|Total hours worked, Mainland Norway||2.5||0.8||-0.7||-0.9||-0.9||-2.1||1.7||1.4||2.4||3.7||2.2||1.5||1.8|
|Labor force 3||1.7||0.9||0.9||0.5||0.7||-0.4||0.5||1.4||2.1||2.7||2.0||1.8||1.5|
|Participation rate (level) 4||73.9||74.2||74.4||74.5||74.6||73.8||73.6||74.0||74.6||75.8||76.2||76.6||76.8|
|Unemployment rate (level)||3.2||3.2||3.4||3.6||3.9||4.5||4.5||4.6||3.4||2.6||2.6||2.6||2.6|
|Prices and wages|
|Wages per standard man-year||6.5||5.4||4.6||5.3||5.4||3.7||4.6||3.8||4.3||5.7||6.2||5.3||5.2|
|Consumer price index (CPI)||2.2||2.3||3.1||3.0||1.3||2.5||0.4||1.6||2.3||0.6||2.9||1.6||1.7|
|Export prices, traditional goods||1.9||-0.5||11.8||-1.8||-9.1||-0.9||8.5||4.1||11.4||2.3||-3.2||-1.6||2.5|
|Import prices, traditional goods||0.7||-2.9||6.5||-1.6||-7.2||-0.4||4.0||0.5||4.7||4.0||-1.7||-1.3||1.2|
|Housing prices 6||9.7||9.4||14.1||7.1||4.0||1.6||10.1||7.9||12.9||12.9||7.1||3.3||1.3|
|Income, interest rates and excange rate|
|Household real income||5.4||2.4||3.4||-0.3||7.9||4.2||3.5||7.5||-7.0||5.3||6.1||4.5||4.5|
|Household saving ratio (level)||5.8||4.8||4.3||3.2||8.4||9.1||7.5||10.3||0.1||-2.0||0.3||0.8||1.6|
|Money market rate (level)||5.8||6.5||6.8||7.2||6.9||4.1||2.0||2.2||3.1||4.9||5.4||5.3||5.3|
|Lending rate, banks (level) 7||7.4||8.4||8.0||8.8||8.4||6.5||4.2||3.9||4.3||5.6||6.2||6.2||6.2|
|Real after-tax lending rate, banks (level)||3.1||3.7||2.7||3.3||4.8||2.2||2.5||1.3||0.7||3.4||1.5||2.8||2.8|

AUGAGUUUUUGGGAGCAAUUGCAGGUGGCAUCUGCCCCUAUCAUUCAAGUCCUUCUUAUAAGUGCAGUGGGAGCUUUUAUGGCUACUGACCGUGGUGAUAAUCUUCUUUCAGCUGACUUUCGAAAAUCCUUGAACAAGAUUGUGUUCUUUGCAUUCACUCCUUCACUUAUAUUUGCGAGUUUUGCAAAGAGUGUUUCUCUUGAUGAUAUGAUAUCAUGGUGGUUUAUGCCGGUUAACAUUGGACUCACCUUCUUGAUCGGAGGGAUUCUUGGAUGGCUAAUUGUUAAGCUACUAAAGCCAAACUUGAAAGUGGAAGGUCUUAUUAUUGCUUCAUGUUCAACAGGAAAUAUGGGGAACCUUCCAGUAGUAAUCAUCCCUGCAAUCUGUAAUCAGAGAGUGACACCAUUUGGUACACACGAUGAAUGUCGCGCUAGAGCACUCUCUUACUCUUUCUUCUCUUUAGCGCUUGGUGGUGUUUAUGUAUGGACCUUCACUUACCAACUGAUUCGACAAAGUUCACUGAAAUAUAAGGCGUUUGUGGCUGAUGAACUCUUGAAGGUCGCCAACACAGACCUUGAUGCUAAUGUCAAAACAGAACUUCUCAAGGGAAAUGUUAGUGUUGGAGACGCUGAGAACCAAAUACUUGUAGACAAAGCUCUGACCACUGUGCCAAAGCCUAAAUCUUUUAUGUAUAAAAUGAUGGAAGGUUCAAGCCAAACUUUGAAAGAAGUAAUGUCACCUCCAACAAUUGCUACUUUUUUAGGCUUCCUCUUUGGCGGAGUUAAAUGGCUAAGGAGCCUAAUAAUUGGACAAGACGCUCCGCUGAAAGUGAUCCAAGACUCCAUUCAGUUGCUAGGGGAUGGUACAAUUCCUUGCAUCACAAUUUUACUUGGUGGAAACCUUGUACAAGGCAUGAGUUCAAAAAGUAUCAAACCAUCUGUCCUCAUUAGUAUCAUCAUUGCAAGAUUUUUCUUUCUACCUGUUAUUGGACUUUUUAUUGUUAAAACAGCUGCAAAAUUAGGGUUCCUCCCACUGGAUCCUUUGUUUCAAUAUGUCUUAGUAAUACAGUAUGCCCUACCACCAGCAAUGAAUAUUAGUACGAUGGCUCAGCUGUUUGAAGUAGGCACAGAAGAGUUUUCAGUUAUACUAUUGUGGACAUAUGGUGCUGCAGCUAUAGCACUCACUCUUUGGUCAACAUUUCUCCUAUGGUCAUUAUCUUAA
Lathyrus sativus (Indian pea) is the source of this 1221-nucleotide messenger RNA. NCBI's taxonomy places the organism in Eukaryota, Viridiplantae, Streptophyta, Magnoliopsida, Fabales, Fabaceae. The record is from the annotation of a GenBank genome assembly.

|Importweighted krone exchange rate (44 countries) 8||2.5||-1.2||2.9||-3.1||-8.5||1.3||3.0||-3.9||0.6||-1.6||-2.0||-1.7||-0.9|
|NOK per euro (level)||8.5||8.3||8.1||8.1||7.5||8.0||8.4||8.0||8.1||8.0||8.0||7.8||7.8|
|Current balance (bill. NOK)||-3.6||69.5||222.4||247.5||192.3||195.9||221.6||300.8||353.5||338.8||419.3||383.8||377.1|
|Current balance (per cent of GDP)||-0.3||5.6||15.0||16.1||12.6||12.3||12.7||15.5||16.4||14.9||17.1||15.1||14.3|
|Exports markets indicator||8.3||6.9||11.7||0.8||1.5||3.5||7.5||6.9||8.4||7.7||6.1||5.6||7.6|
|Consumer price index, euro-area||1.1||1.1||2.1||2.3||2.3||2.1||2.1||2.2||2.2||2.1||1.9||1.9||1.9|
|3 mths. interest rate, euro||4.2||2.9||4.4||4.2||3.3||2.3||2.1||2.2||3.1||4.3||4.4||4.2||4.2|
|Crude oil price NOK (level) 9||96||142||252||219||197||205||257||351||414||421||456||426||423|
|1||Consumption in households and non-profit organizations + general government consumption + gross fixed capital formation in mainland Norway.|
|2||Change in stockbuilding. Per cent of GDP.|
|3||Unemployed (Labour Force Survey) and employment (NA) exclusive of foreigners in foreign shipping.|
|4||Unemployed (Labour Force Survey) and employment (NA) exclusive of foreigners in foreign shipping as a share of the average population.|
|5||CPI adjusted for tax changes and excluding energy products.|
|7||Households' borrowing rate in private financial institutions. Yearly average.|
|8||Increasing index implies depreciation.|
|9||Average spot price Brent Blend.|
|Source: Statistics Norway. The cut-off date for information was 27 November 2007. Published 29 November 2007.|